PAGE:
I participated in one of these years ago, with a group of people I didn't know well. I don't remember if there were guidelines up front about the gifts. I gave a small functional ceramic item (pitcher? bowl?) from the stash of things I made. I don't know if the recipient liked it, but it seemed appropriate to the general level of gifts.

I came home with a swirly glass paperweight type thing that I really like and still display. I debated the social dynamics of stealing it, and felt that the prior owner was very disappointed that I did so. If I had continued socializing with that group, there might have been fallout from that.

On top of anxiety about gifts, there's potential anxiety about wanting, greed, winning, social hierarchy, etc. I'm just as glad not to have participated in a white elephant party in a long time! It seems like part of the point is inducing uncomfortable tensions.

On the other hand, I've happily participated in swaps where people bring (nice) things they no longer want and place them unwrapped in the middle of the room for people to take turns choosing from. I've given art pieces I wouldn't otherwise have known what to do with, and gotten a skirt I still wear occasionally.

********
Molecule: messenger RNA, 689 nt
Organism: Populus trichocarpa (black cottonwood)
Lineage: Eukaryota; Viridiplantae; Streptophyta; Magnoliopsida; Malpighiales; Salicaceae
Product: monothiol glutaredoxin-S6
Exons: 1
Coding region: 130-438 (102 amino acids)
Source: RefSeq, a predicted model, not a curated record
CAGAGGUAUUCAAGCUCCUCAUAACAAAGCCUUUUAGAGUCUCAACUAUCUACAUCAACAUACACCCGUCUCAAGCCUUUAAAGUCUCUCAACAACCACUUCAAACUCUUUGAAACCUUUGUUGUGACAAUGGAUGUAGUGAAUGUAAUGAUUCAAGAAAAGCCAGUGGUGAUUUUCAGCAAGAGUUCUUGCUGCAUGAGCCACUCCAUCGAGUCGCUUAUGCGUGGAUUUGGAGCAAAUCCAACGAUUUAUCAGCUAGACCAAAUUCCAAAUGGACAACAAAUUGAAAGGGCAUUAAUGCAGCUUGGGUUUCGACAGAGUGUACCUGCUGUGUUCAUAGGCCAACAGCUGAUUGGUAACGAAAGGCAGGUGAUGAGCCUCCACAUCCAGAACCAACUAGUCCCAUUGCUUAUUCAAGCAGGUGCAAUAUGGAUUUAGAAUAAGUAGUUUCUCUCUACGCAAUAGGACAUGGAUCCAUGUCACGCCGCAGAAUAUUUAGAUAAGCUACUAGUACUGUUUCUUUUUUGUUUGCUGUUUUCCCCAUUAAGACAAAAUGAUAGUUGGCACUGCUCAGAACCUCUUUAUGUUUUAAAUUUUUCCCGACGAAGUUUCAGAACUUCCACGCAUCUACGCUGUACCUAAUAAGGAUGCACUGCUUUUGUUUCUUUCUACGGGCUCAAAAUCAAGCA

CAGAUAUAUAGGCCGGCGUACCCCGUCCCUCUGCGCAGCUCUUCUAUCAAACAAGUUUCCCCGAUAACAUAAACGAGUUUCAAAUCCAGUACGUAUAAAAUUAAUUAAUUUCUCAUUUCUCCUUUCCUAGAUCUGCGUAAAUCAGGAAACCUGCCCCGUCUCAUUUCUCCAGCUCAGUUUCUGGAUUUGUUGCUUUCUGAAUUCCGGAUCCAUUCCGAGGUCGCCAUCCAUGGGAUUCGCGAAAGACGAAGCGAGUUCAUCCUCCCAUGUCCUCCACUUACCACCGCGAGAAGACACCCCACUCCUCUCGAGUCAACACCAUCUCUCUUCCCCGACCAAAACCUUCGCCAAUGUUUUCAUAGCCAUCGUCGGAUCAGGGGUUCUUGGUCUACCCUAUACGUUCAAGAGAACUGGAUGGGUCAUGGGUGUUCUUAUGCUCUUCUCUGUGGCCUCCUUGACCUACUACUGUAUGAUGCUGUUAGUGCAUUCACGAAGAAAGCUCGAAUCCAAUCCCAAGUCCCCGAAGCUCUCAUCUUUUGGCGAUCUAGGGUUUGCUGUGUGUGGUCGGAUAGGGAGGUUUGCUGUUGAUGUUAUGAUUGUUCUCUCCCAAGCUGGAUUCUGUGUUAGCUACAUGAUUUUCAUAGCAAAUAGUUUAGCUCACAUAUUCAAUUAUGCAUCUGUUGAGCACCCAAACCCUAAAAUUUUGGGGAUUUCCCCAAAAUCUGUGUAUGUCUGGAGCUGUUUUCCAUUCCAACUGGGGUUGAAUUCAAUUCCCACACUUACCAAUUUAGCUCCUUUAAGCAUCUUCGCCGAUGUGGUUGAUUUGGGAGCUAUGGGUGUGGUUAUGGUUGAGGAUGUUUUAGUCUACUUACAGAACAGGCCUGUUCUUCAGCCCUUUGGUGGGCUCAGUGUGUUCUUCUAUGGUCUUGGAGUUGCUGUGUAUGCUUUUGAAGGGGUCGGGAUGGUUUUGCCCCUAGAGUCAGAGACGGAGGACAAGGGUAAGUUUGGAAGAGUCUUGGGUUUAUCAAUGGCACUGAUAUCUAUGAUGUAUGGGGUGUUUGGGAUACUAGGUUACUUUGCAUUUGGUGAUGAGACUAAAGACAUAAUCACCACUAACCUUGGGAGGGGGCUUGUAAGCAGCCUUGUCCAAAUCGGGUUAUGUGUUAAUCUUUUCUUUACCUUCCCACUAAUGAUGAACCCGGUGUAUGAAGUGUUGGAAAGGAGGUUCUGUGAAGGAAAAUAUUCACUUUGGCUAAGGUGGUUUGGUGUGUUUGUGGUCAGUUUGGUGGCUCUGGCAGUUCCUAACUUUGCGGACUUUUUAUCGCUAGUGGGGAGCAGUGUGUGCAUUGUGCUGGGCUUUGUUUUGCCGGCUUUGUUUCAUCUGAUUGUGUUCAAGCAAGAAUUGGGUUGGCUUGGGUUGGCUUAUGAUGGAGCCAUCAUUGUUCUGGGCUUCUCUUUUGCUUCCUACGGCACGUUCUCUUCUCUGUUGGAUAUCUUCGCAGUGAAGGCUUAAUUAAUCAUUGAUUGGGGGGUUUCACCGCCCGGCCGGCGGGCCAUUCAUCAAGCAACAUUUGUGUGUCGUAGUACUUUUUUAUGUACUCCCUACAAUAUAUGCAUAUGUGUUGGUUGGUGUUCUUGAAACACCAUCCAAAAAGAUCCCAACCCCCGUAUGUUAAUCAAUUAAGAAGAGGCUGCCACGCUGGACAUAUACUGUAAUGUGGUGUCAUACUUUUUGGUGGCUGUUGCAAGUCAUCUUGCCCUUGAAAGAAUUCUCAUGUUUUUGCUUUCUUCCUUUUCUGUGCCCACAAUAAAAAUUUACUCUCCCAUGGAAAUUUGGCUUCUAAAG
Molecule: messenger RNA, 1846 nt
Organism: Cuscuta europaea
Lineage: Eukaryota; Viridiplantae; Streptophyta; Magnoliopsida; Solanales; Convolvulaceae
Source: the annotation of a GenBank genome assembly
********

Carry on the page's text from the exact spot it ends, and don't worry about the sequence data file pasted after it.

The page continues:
(no subject)

Date: 2013-11-19 02:55 am (UTC)
isis: (Default)
From: [personal profile] isis
I hate these. I did participate in a good one at a backpacker's (hostel) in New Zealand; the rule was that items had to cost $3-$5. I ended up with a notebook, which was useful.

(no subject)

Date: 2013-11-19 03:06 am (UTC)
snippy: Lego me holding book (Default)
From: [personal profile] snippy
My workplace does this, but I don't participate, for the very reason that some people bring genuinely nice gifts (that then get "stolen" the maximum number of times) and others bring gag gifts that somebody gets stuck with. I am too fragile around gifting to tolerate the inequity (childhood problems), so when the holiday party gets to the white elephant exchange, I go home.

(no subject)

Date: 2013-11-19 11:53 am (UTC)
rmc28: Photo of me shortly before starting my first half-marathon (Default)
From: [personal profile] rmc28